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If there’s one thing I’m certain of, it’s that we don’t hear nearly enough about politics these days. I mean, can you even think of the last time you’ve heard about something politically significant? It’s something that desperately needs more attention. Luckily, that attention is about to be paid, because we’re getting a biopic about a Presidential candidate. Brie Larson has signed on to play Victoria Woodhull, the first ever female candidate for President of the United States. Movies take a long time to make, so it may have been in the works before this last election cycle, but this film seems especially timely now, for obvious reasons. Right after we’ve had a woman get closer than any female before her to being elected President (And who won the popular vote. Let’s not forget that. I remember it all the time. More people wanted Hillary Clinton to be President of the United States.), we will see the story of the first woman to ever try and do it.
Larson is also going to be a producer of Victoria Woodhull. Getting it done on multiple fronts Brie, you go!
Woodhull ran for President before women could vote in this country, and was the candidate for the Equal Rights Party, a name that some people would scoff at now, let alone in 1872. Who needs that right? Everything is totally equal for everyone all the time, as long as you’re rich and white and a man. Considering some of the political discourse we’ve heard lately I wouldn’t be surprised if we found out that some people have actually traveled here via time machine from 1872.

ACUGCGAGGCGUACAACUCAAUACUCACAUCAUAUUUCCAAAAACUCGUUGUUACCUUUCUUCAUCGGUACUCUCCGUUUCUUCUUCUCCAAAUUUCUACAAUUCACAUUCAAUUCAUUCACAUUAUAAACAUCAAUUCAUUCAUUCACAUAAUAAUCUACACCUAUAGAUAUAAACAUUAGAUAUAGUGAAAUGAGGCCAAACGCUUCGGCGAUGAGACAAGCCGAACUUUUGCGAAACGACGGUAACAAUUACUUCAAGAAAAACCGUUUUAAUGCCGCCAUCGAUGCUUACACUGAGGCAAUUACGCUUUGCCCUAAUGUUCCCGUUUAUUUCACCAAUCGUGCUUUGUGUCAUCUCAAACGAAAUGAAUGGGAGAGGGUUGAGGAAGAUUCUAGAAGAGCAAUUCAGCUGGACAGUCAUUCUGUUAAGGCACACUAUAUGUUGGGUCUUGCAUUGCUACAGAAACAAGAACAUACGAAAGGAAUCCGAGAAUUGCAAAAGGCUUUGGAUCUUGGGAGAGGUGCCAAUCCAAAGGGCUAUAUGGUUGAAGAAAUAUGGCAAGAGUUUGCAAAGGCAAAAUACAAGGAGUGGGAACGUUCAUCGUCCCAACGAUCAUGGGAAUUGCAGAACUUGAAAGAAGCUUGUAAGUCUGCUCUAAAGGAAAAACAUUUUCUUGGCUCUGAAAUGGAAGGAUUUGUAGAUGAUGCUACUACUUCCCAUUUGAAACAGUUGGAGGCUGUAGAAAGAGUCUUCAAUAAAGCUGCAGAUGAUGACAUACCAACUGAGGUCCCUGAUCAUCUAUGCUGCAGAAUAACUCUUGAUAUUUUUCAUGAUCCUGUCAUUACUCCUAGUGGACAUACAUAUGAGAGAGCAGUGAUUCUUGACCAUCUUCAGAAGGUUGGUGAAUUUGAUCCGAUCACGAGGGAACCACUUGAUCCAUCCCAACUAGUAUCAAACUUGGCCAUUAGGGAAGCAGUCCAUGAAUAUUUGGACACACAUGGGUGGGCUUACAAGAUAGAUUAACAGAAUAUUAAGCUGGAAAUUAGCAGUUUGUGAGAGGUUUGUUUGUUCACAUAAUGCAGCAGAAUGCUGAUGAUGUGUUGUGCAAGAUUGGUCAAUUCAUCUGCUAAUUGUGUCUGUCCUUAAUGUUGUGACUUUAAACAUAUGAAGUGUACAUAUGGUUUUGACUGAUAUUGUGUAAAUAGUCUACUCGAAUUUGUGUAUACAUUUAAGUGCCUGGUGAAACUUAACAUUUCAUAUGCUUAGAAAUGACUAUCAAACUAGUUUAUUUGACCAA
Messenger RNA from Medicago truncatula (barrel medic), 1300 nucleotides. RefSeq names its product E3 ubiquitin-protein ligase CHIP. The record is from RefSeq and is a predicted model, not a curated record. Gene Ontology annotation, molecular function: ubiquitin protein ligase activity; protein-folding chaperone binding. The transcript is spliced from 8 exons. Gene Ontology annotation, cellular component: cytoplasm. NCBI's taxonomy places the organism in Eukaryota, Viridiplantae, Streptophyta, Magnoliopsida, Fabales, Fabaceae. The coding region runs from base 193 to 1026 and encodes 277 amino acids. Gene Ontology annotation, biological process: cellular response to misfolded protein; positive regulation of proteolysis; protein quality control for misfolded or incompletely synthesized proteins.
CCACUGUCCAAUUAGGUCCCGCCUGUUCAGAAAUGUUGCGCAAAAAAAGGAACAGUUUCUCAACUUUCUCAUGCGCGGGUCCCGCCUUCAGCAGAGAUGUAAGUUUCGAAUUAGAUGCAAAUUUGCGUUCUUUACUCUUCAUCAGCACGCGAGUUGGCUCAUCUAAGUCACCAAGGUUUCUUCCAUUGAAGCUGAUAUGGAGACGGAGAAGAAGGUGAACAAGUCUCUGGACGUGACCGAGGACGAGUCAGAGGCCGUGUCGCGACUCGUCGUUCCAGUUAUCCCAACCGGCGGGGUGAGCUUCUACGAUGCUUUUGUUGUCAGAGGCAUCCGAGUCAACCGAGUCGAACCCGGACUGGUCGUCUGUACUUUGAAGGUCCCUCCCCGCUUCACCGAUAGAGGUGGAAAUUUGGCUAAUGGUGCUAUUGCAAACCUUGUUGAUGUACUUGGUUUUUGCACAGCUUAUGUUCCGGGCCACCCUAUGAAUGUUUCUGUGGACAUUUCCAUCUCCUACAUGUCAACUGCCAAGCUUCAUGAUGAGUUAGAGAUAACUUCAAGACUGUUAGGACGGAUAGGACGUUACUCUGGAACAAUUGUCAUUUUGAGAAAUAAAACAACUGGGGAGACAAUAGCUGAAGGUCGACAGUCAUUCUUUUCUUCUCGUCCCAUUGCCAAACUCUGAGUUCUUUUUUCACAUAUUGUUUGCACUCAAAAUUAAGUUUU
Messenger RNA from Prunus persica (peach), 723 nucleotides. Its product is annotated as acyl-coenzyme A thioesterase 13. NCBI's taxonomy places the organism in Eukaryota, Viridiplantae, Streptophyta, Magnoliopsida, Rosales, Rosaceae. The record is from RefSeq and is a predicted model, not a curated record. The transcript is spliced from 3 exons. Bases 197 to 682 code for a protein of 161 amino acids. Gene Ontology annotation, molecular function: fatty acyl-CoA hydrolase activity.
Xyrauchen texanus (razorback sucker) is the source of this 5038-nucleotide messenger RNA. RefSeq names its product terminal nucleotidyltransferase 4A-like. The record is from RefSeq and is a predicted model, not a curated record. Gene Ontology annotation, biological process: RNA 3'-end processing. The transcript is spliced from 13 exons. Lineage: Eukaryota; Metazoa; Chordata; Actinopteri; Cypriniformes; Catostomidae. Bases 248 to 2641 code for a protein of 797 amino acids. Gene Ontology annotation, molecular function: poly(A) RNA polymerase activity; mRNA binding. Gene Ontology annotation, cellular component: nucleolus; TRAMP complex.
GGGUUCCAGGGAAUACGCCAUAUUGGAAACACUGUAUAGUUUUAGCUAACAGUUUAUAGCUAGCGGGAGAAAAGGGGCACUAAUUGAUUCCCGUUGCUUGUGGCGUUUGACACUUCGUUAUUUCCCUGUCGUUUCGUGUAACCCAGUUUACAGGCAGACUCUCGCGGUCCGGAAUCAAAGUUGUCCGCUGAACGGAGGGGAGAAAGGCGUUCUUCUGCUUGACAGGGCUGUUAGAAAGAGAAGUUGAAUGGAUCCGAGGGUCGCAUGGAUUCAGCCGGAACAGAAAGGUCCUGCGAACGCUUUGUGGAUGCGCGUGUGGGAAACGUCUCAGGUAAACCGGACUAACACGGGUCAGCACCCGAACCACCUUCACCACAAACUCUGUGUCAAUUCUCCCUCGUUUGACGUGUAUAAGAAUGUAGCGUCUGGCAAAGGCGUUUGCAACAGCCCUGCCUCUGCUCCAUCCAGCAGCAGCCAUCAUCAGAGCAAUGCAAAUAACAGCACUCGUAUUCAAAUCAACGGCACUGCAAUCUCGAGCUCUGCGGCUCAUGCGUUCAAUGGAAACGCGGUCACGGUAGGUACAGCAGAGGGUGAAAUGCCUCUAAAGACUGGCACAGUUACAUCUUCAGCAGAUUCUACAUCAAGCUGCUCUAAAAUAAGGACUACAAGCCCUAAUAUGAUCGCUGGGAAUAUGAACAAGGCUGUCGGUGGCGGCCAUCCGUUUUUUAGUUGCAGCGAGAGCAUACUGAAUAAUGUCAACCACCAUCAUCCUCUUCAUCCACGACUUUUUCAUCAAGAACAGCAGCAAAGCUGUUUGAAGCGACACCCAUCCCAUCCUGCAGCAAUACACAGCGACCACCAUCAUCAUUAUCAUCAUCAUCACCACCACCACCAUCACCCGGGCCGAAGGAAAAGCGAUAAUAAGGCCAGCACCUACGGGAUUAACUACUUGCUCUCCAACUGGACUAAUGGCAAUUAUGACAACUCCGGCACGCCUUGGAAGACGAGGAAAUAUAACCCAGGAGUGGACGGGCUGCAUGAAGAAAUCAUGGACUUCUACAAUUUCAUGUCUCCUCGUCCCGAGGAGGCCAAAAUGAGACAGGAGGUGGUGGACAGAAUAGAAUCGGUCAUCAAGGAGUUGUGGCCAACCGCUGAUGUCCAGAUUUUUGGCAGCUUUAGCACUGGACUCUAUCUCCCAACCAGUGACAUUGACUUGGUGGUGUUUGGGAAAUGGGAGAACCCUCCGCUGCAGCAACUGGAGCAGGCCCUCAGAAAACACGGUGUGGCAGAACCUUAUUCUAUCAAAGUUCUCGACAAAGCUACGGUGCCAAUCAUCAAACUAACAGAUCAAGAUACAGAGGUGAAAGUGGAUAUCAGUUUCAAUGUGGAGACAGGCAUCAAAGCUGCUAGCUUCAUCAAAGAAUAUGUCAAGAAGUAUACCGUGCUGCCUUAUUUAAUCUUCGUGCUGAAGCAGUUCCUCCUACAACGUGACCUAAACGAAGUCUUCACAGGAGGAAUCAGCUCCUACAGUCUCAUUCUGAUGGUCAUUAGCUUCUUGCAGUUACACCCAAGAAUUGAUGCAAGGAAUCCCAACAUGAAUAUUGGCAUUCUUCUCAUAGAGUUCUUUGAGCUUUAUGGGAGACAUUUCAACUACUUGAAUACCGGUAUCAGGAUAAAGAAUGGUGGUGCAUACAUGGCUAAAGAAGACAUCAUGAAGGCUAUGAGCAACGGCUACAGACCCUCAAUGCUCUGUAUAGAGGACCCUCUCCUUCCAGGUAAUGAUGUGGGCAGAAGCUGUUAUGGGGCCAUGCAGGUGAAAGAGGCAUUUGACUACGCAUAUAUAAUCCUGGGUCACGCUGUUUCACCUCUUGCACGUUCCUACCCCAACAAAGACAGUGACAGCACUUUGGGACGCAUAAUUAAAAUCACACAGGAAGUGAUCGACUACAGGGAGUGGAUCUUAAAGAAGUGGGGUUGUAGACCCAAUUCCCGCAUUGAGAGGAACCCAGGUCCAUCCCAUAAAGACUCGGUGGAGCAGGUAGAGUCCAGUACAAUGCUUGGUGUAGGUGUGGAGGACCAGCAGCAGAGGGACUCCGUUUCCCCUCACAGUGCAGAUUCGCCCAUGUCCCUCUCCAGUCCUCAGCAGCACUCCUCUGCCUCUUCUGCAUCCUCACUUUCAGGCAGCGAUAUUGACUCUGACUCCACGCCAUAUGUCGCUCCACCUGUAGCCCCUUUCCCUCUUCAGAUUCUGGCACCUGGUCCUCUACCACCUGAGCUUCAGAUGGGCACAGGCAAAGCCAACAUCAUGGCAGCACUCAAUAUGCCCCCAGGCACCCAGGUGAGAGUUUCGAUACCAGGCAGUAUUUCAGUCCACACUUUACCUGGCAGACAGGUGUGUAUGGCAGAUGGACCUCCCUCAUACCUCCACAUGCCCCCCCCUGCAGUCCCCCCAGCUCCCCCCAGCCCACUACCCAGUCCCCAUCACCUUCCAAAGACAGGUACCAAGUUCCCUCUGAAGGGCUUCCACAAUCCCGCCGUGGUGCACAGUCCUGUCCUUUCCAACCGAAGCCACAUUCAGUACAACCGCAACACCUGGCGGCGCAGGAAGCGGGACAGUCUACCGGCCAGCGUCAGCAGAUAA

Another fun fact: Her running mate was Frederick Douglass. Hey, I know that guy! He’s the man who lived hundreds of years ago that our current President thinks is still alive and doing “amazing” stuff. A woman and a black man running for the highest office in the land on a platform of equality for all? That’s a ticket that a large enough to be depressing portion of America wouldn’t vote for even 145 years later, and they were most certainly not popular candidates at the time. Victoria Woodhull did not receive any electoral votes on Election Day, and as we all know the United States is still waiting for its first female President.
Some of Woodhull’s more radical comments were about the concept of what was called “free love,” which sounds very granola, but was actually just advocating for everyone to be able to make their own choices about their personal life. Her comments on the issue seem like common sense now, but that wasn’t the case at the time.
To woman, by nature, belongs the right of sexual determination. When the instinct is aroused in her, then and then only should commerce follow. When woman rises from sexual slavery to sexual freedom, into the ownership and control of her sexual organs, and man is obliged to respect this freedom, then will this instinct become pure and holy; then will woman be raised from the iniquity and morbidness in which she now wallows for existence, and the intensity and glory of her creative functions be increased a hundred-fold . . .
“Yes, I am a Free Lover. I have an inalienable, constitutional and natural right to love whom I may, to love as long or as short a period as I can; to change that love every day if I please, and with that right neither you nor any law you can frame have any right to interfere.”
She was also one of the first female stockbrokers, and was the editor of a newspaper that was heavily focused on women’s issues. Sisters doing it for themselves, I love it!
I’m excited about this movie, and it’s definitely one I’ll be following as it gets made. There is no word yet on when Victoria Woodhull will be released.
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